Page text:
What to do with public folders when moving to Exchange Online

Moving to Exchange online

Sometimes a migration to office 365 can be difficult when it comes to Public folders. When the plan is to migrate from for instance Exchange 2010 to office 365 Exchange Online a discussion must be made. What to do with the public folders? In my opinion there are 3 scenario’s that can be discussed. In this blog post i will write down these 3 scenario’s .

A little bit of history

For youngsters in IT like myself it is pretty hard to understand what public folders are and what they do. This comes because we never worked with them or have used them. Luckily there are lots of experienced Microsoft Professionals like my colleague Michel de Rooij.  Who can explain this perfectly.

So what is a public folder: According to TechTarget a public folder In Microsoft Outlook, a public folder is a folder created to share information with others. The owner of a public folder can set privileges so that only a select group of users have access to the folder, or the folder can be made available to everyone on the network who uses the same mail client. Public folders in Outlook can contain contacts, calendar items, messages, journal entries, or Outlook Forms.

What to do with Public Folder Scenario’s

In the scenario’s bellow i will write down 3 scenario’s what to do with public folders. In these options i will also keep notice that most companies want to get rid of their public folders.

Scenario 1: Migrate public folder to modern public folders

Microsoft has published a article on Technet on how to migrate legacy public folders to modern public folders on Office 365. In this case Microsoft just continues the support on public folders when they are migrated to Office 365.

The migration itself has some limitations which i will summarize bellow.

  • Exchange 2010 Sp3 or higher is needed
  • Legacy public folder cannot be larger the 2 GB
  • Public folder cannot contain \ or other strange symbols
  • Modern public folders are not accessible for legacy (on-premise) users
  • All users need to be migrated first
  • Max 1000 public folders allowed
  • Big bang migration with downtime

As you can see there are some limitations and difficulties. These difficulties are most of all in managing expectation at the business side cause public folders need to be cleaned or renamed.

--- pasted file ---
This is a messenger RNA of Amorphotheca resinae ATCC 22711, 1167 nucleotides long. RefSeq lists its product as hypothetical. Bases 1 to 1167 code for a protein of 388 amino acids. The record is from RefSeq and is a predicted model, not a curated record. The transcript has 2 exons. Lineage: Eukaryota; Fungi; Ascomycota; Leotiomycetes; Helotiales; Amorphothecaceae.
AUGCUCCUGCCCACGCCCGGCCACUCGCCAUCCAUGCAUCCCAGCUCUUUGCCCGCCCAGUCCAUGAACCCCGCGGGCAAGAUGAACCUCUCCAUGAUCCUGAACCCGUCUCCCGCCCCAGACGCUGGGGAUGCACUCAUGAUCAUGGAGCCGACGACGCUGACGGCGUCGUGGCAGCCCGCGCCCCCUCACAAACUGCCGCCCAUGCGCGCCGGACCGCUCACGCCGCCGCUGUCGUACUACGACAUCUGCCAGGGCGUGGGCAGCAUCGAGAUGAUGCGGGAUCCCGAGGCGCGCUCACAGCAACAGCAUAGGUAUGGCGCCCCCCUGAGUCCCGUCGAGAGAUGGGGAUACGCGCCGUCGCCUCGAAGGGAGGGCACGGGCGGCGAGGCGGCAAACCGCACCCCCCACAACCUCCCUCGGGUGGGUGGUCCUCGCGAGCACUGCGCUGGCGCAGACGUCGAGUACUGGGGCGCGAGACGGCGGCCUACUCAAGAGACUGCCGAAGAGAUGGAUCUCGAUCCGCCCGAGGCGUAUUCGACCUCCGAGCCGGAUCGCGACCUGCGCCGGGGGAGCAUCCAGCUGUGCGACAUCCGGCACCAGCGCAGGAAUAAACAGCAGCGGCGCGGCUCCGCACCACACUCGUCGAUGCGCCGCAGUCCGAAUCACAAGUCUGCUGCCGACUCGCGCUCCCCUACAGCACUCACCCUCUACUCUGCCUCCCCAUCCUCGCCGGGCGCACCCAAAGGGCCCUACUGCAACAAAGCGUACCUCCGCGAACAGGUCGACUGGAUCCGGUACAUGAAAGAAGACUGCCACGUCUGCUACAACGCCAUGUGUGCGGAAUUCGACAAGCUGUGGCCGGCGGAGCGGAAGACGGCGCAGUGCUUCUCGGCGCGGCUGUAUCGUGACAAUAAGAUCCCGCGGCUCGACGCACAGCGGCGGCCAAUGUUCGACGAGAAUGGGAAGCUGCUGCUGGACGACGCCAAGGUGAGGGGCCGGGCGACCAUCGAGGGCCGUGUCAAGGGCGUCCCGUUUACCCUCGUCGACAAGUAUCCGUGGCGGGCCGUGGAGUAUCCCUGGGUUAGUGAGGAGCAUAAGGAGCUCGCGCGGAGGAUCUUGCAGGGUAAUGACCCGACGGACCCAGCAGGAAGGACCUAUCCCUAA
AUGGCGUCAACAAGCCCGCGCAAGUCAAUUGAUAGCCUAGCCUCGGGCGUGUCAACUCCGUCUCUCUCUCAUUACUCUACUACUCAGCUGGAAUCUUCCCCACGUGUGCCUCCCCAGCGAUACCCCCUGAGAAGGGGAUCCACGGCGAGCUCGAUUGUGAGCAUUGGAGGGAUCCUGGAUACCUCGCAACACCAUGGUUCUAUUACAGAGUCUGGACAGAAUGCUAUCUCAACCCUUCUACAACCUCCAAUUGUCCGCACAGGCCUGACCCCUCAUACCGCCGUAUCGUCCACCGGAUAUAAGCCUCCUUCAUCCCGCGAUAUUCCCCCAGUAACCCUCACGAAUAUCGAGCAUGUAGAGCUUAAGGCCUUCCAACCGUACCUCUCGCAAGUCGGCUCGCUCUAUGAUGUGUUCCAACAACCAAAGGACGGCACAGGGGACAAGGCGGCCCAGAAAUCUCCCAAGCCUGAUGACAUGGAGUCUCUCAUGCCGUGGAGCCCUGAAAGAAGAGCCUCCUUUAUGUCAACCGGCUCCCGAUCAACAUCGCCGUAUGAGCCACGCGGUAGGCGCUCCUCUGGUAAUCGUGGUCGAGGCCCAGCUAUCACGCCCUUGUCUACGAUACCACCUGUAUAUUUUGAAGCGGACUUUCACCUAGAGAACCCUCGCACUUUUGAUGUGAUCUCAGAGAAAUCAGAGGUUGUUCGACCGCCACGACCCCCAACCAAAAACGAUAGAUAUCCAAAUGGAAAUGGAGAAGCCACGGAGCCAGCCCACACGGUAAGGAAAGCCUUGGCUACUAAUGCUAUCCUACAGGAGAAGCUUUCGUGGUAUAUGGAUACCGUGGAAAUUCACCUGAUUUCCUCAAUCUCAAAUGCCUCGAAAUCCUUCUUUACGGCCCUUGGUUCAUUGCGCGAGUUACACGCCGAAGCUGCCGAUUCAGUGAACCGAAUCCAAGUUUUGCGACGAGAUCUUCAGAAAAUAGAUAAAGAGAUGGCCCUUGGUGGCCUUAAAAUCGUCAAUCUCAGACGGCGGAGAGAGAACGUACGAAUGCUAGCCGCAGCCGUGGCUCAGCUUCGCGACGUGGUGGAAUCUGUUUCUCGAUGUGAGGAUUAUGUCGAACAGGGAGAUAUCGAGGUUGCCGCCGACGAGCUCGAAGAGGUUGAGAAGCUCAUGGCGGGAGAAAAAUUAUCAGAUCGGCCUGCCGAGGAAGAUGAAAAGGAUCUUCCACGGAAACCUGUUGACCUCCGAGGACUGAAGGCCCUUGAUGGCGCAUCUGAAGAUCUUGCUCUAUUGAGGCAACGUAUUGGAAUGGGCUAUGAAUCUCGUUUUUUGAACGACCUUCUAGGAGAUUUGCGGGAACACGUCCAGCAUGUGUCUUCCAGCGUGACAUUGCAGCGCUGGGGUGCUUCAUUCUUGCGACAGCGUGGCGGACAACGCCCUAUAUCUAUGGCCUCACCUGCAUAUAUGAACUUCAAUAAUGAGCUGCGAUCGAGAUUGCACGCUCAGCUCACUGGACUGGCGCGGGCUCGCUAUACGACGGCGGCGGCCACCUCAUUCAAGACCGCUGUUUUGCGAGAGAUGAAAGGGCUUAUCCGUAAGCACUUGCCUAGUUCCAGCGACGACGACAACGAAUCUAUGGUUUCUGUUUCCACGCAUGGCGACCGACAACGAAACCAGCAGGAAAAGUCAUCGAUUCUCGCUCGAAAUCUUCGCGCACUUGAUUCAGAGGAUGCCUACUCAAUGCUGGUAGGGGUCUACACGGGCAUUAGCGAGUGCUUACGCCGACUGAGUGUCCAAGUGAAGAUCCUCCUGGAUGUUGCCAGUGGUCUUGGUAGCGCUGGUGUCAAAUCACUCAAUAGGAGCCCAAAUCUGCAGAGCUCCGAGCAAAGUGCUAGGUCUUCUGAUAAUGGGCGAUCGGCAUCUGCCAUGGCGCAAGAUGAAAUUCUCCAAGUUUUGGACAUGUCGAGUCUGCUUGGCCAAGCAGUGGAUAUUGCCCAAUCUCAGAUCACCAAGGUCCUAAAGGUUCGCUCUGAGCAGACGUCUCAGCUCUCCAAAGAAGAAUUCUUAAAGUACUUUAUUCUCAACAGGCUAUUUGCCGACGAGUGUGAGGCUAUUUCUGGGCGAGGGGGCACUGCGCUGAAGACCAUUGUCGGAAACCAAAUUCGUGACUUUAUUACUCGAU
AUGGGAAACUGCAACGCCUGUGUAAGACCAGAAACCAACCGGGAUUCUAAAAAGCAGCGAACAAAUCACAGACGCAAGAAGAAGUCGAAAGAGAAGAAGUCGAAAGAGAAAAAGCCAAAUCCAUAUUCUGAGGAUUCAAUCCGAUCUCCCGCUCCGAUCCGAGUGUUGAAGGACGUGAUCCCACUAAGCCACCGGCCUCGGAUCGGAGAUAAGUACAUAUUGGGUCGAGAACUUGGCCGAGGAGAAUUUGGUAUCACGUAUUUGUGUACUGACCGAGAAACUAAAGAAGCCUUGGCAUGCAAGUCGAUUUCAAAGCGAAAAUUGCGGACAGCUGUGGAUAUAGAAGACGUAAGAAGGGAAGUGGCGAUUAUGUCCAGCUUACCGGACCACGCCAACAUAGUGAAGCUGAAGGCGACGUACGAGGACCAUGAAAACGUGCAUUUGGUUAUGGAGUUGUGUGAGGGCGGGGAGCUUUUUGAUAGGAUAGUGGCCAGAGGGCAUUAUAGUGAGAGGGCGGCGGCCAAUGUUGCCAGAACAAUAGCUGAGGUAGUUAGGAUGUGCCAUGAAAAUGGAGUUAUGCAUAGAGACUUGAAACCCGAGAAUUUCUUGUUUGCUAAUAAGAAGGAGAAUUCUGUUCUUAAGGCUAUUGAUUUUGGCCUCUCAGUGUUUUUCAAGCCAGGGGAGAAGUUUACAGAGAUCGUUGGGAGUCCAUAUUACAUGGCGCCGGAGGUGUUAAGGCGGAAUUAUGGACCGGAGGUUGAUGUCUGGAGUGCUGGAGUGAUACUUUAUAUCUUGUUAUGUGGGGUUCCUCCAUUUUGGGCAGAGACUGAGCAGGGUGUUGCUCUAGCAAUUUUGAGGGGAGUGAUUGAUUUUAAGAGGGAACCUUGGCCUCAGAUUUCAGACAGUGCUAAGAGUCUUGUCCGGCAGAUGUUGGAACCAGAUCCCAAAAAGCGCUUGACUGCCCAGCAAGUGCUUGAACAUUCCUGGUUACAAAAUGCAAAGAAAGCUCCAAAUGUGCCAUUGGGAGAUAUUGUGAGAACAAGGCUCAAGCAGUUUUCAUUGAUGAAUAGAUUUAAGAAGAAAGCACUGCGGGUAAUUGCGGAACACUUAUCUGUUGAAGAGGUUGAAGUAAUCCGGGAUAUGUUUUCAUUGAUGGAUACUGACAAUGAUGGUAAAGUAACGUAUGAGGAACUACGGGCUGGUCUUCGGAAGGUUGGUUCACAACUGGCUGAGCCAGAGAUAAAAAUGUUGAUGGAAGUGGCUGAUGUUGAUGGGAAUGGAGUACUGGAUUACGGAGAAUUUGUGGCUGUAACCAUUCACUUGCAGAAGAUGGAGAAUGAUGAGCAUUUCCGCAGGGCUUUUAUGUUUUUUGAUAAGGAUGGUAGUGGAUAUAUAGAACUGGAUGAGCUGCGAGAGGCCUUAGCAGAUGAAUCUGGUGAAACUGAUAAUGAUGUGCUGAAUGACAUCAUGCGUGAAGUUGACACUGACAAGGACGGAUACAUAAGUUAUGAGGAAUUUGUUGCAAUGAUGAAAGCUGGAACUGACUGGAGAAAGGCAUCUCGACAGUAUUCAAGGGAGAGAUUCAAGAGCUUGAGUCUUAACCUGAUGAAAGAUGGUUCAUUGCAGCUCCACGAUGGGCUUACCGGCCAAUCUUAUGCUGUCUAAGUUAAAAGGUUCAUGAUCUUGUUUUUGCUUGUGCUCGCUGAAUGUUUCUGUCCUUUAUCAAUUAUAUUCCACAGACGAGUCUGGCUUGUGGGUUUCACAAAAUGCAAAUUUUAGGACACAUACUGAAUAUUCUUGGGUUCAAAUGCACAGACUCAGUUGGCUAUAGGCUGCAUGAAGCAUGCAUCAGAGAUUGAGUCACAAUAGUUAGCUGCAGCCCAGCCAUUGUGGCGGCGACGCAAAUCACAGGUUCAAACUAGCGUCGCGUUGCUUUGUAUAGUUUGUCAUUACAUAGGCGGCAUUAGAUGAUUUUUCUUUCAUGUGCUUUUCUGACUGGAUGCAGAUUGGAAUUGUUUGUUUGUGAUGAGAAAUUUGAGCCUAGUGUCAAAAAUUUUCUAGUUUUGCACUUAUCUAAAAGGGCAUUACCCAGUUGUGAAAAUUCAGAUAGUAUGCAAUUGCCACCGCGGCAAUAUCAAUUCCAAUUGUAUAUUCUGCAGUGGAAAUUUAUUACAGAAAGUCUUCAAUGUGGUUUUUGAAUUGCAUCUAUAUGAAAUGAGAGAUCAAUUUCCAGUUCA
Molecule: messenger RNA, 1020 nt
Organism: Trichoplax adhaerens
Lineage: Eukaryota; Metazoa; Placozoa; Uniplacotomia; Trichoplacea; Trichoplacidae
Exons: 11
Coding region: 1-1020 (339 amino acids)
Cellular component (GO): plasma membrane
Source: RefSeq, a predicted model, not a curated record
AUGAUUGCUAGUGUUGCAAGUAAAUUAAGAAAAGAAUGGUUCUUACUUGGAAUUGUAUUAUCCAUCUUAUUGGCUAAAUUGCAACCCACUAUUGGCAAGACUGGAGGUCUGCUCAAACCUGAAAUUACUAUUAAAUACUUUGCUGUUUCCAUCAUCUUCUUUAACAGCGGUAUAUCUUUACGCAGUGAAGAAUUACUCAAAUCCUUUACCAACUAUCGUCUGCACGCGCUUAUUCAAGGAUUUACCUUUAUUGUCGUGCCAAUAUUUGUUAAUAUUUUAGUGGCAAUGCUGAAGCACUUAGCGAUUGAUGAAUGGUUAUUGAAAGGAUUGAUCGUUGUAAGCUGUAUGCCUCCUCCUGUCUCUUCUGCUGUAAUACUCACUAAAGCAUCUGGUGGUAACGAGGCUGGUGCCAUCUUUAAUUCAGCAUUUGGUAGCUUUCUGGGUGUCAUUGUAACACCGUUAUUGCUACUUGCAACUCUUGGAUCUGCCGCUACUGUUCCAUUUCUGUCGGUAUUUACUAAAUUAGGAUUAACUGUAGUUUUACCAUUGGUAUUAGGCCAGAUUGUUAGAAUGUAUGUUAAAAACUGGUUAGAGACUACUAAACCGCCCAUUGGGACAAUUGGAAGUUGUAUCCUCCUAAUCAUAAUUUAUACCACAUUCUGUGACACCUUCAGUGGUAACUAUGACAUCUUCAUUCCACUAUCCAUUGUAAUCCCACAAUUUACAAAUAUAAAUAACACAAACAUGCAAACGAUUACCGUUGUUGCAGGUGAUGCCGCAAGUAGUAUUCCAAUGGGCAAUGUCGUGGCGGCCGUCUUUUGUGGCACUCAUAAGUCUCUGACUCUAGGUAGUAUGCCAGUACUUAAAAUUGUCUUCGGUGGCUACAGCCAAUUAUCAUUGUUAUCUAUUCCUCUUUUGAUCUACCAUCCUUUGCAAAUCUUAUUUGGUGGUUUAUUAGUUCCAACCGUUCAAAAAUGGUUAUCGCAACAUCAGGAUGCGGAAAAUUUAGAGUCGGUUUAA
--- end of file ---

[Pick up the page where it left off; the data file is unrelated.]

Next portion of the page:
Scenario 2: Migrate public folder to Office 365 groups

The second scenario is to migrate the legacy public folders to Office 365 groups. Microsoft has described this in the following Technet article. When moving public folders to Office 365 groups there are some difficulties that need to be managed first before you can start the migration.
One of these difficulties is that it is only possible to migrate the email and calendar items to an Office 365 group.

Bellow you find the summary of limitations.

  • All users must be migrated to Office 365 before you begin
  • Work process for end user will change ( they will use a office group instead of public folder)
  • Office 365 groups are not accessible for legacy users
  • Only mail and calendar items are supported
  • Maximum size of Public folder can be 25 GB to migrate
  • Phased migration is possible when using a > Exchange 2013 server
  • Downtime

Scenario 3: Do not migrate public folder to Office 365

When you have Exchange 2010 in a hybrid setup it is possible to configure the public folders co-existing. This means that the public folder stay where they are, but are accessible from on-premise and from online. There are some limitations, one of these limitations is that it is not possible to open this public folder from Outlook.office365.com/owa.

Remember i told you in the beginning that there is probably a scenario on how to get rid of the Public Folders? Well this is in my opinion the best and most business friendly way to do it.

Therefor just make sure the co-existing is in place. So next up you put the public folders in read only. and give the users a Shared mailbox, Office 365 group or even a team as their new place to collaborate from.

One last thing keep in mind that when you go for this option you have to keep your on-premise environment for a little bit longer before you decommission it.

Export all mailboxes with their sizes to TXT or CSV with Powershell

Export mailboxes

Most of the time when you are into a Mailbox migration project you have this phase that you need to inventory the amount of user mailboxes. With their size. Do you want to perform such action you need to use Exchange Powershell to be able to get these kind of data out of Exchange.


To export this mailbox data out of exchange you can use the command Get-MailboxStatistics -identity “sAMACCOUNTNAME” | fl. This will give you a complete list of the output matched with the j3rmeyer account/ mailbox in exchange.